Better tsunami warnings in the works
An academic brain-storming session will eventually yield more accurate tsunami warnings that Port Alberni will benefit from.
More than 30 world scientists and emergency management officials gathered at Ocean Networks Canada’s NEPTUNE shore station in Port Alberni on March 27 for a two-day tsunami forum (the second day switched to Sidney).
Specifically, the scientists were percolating the elements of a tsunami prediction model that will serve as the basis for a software system called WARN, or Web-enabled Awareness Research Network.
The two-year project is being underwritten with a $600,000 grant from the Canada’s Advanced Research and Innovation Network.
The initiative will involve buttressing the ONC existing sensor network by placing additional instruments on the water surface approximately 100 kilometres offshore.
When functional, WARN software will monitor sea level data received from the instruments to detect near-field tsunamis, or those which have less than 30-minutes of travel time.
“We need two things to feed the models: censor data and water, land and surface information,” said Benoit Pirenne, ONC associate director for digital infrastructure. “Once that is chewed through we’ll have a tsunami’s height and time of arrival.”
The system won’t prevent a tsunami but will instead help mitigate secondary impacts if one should develop.
Alberni Valley industrial stakeholders such as the Port Alberni Port Authority, its proposed transshipment container hub and LNG projects at the mouth of Alberni Inlet, Catalyst paper and APD mill would benefit from the system by being able to enact emergency procedures sooner, Pirenne said.
Oceanographer Srinivasa Kumar Tummala travelled from India to attend the forum. It was the first visit to Canada for Tummala, from the Indian National Centre for Ocean Information Services—but not the first time he’d heard of Port Alberni.
“I’d read about the tsunami here in 1964 and I was struck by the fact that there were no casualties,” said the director of the Indian National Tsunami Early Warning Centre.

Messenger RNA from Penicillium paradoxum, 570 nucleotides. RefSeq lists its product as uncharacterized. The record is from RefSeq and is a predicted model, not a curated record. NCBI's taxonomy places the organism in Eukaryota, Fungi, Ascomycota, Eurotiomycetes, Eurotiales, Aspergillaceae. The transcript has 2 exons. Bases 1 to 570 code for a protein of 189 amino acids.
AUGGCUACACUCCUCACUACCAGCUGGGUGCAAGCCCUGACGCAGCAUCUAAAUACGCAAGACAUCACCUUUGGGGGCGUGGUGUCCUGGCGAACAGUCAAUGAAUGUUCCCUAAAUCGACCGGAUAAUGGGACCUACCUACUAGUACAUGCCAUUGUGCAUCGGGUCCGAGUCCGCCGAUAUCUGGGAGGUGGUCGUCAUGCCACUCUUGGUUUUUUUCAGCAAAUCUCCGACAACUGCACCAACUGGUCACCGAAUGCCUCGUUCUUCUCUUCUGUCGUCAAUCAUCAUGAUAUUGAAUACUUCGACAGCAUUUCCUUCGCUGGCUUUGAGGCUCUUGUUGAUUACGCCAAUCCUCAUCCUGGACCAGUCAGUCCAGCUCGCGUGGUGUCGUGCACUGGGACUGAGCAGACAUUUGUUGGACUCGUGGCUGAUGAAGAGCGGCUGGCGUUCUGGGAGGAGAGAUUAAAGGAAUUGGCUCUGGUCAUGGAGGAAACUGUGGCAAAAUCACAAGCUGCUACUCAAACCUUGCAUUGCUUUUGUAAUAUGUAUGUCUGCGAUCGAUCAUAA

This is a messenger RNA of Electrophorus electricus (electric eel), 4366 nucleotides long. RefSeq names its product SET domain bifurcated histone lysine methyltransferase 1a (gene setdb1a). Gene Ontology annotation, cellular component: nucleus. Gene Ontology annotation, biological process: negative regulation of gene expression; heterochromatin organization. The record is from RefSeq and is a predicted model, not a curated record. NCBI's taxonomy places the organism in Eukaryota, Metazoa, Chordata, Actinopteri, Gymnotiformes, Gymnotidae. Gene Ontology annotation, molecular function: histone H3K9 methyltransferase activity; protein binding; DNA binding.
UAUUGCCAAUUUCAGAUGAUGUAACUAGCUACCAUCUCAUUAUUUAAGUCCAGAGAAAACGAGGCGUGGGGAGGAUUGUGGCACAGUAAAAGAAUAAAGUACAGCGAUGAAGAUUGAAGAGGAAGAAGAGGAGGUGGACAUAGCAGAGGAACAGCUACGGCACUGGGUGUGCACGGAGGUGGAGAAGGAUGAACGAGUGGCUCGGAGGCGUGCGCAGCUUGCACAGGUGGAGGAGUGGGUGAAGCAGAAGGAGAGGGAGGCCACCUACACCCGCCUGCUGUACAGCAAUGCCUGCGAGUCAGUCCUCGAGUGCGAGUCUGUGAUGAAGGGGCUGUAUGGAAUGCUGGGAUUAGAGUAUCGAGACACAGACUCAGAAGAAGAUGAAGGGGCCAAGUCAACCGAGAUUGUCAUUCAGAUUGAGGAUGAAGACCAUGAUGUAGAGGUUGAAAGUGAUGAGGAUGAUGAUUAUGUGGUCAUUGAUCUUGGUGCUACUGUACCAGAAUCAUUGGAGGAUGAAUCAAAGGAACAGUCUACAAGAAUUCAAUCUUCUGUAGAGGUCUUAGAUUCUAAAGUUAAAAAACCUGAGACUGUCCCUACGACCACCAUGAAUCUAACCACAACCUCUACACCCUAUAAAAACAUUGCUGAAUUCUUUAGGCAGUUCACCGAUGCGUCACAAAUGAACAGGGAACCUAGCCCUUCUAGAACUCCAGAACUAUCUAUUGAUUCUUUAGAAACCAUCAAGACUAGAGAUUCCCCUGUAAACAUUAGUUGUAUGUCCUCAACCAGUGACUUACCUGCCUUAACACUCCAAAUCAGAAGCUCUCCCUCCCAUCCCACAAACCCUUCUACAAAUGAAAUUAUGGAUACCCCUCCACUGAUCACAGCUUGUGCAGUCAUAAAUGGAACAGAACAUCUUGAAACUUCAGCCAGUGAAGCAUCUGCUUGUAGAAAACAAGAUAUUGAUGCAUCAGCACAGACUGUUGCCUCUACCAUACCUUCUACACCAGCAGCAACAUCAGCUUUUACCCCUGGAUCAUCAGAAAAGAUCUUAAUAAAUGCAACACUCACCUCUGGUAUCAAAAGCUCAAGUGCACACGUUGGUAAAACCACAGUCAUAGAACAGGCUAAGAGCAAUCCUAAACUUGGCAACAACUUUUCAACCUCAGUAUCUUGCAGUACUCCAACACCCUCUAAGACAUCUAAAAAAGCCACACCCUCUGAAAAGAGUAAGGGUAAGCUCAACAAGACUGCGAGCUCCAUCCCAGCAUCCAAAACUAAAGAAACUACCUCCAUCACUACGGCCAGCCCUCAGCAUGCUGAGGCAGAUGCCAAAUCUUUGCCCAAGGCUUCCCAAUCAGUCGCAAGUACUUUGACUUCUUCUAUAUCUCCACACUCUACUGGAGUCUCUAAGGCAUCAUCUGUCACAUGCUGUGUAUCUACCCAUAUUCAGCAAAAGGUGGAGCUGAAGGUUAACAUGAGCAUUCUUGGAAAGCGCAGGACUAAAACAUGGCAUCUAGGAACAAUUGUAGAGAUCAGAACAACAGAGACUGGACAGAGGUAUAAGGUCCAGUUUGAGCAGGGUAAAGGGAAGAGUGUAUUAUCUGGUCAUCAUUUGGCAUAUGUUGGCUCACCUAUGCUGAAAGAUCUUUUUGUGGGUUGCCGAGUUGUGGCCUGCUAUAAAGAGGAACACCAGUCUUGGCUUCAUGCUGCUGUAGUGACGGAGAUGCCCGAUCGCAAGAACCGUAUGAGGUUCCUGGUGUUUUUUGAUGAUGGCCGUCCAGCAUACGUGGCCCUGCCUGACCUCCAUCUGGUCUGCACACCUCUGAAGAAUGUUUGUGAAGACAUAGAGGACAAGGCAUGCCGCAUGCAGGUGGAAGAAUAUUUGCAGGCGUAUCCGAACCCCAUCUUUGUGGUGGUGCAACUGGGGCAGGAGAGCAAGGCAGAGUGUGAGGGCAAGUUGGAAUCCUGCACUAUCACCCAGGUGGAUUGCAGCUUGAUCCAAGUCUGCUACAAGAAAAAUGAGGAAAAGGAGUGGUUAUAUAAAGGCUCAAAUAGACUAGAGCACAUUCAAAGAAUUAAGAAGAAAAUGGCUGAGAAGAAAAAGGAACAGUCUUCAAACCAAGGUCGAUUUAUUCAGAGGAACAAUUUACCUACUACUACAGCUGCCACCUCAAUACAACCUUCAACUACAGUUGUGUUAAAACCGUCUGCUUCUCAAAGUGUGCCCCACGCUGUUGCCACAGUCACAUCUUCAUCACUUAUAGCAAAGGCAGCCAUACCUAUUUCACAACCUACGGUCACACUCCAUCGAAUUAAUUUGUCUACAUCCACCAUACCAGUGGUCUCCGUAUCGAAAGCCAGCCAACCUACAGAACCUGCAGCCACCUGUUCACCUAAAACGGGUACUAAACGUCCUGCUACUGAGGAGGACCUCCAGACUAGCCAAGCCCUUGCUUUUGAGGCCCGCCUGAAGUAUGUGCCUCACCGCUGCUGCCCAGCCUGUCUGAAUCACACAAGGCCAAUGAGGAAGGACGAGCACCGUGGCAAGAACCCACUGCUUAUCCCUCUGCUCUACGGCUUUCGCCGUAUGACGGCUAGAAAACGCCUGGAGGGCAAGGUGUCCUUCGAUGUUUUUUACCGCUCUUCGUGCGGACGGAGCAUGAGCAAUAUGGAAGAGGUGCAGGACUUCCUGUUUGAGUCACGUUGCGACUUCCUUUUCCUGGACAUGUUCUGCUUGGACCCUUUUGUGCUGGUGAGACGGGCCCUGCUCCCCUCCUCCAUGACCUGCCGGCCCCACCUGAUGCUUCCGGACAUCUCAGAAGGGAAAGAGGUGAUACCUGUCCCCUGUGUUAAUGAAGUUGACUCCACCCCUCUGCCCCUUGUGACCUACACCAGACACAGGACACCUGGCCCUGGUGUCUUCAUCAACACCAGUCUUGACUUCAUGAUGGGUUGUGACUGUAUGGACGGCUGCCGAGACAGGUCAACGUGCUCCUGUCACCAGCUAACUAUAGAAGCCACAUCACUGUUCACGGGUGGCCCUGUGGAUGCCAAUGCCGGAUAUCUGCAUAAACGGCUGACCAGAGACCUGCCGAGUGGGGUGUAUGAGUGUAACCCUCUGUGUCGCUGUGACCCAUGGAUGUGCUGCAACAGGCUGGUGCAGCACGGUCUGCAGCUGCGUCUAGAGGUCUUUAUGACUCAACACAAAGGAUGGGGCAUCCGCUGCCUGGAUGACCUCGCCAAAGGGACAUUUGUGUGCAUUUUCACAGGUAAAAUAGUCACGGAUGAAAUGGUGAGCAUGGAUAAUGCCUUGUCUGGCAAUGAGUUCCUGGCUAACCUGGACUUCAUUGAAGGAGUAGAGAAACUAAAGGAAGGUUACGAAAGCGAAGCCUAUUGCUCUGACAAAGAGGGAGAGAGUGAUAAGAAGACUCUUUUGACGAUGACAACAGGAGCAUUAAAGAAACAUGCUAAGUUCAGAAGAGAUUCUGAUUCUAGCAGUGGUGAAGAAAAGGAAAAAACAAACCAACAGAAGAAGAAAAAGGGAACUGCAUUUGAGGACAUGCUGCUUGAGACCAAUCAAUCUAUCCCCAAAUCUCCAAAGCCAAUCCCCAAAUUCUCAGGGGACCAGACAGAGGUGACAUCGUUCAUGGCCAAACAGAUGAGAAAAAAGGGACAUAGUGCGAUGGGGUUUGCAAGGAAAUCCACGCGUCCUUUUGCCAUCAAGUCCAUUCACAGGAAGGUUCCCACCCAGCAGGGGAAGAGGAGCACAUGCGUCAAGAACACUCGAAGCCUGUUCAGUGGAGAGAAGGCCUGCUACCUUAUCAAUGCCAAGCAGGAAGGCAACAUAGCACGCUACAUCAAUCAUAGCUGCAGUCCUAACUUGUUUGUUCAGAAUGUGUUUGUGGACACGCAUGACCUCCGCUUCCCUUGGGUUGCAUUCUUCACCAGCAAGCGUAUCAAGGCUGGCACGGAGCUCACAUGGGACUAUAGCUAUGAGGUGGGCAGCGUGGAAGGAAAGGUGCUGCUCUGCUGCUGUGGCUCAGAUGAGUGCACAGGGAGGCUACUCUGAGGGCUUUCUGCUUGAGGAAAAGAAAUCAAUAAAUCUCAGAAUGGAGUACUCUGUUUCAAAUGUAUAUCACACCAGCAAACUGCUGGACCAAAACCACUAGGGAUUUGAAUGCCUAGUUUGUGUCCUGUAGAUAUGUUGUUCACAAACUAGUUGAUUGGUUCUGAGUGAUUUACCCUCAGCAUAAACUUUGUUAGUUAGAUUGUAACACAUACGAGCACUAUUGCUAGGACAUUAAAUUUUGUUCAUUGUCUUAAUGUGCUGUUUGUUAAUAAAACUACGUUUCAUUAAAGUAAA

The chances of a near-field tsunami surging into the Alberni Valley are great, Tummala said. A subduction zone is located nearby and once the pressure releases it will cause a large earthquake and subsequent tsunami. “The challenge is time: more time means more accurate warnings. Less time presents more of a challenge with accuracy,” he said.
Tummala knows of what he speaks. In 2004, an earthquake measuring 9.3 on the Richter Scale produced a tsunami that swept over coastal India with little advance warning, killing 14,000 people.
In response, the Indian government established the Indian Tsunami Early Warning System, as well as a warning centre. The centre is capable of issuing tsunami bulletins less than 10 minutes after any major earthquake in the Indian Ocean.
Tsunami science is dynamic though, a lesson Port Alberni should learn early. “No two events are alike. There are new things to be learned from every event,” Tummala said.
Alberni could benefit more from such a system than the current regional warning system, he added.
“Near-source regions can’t depend solely on regional centres for warnings,” he said. “An area with a threat in its backyard needs to detect an earthquake fast, very fast.”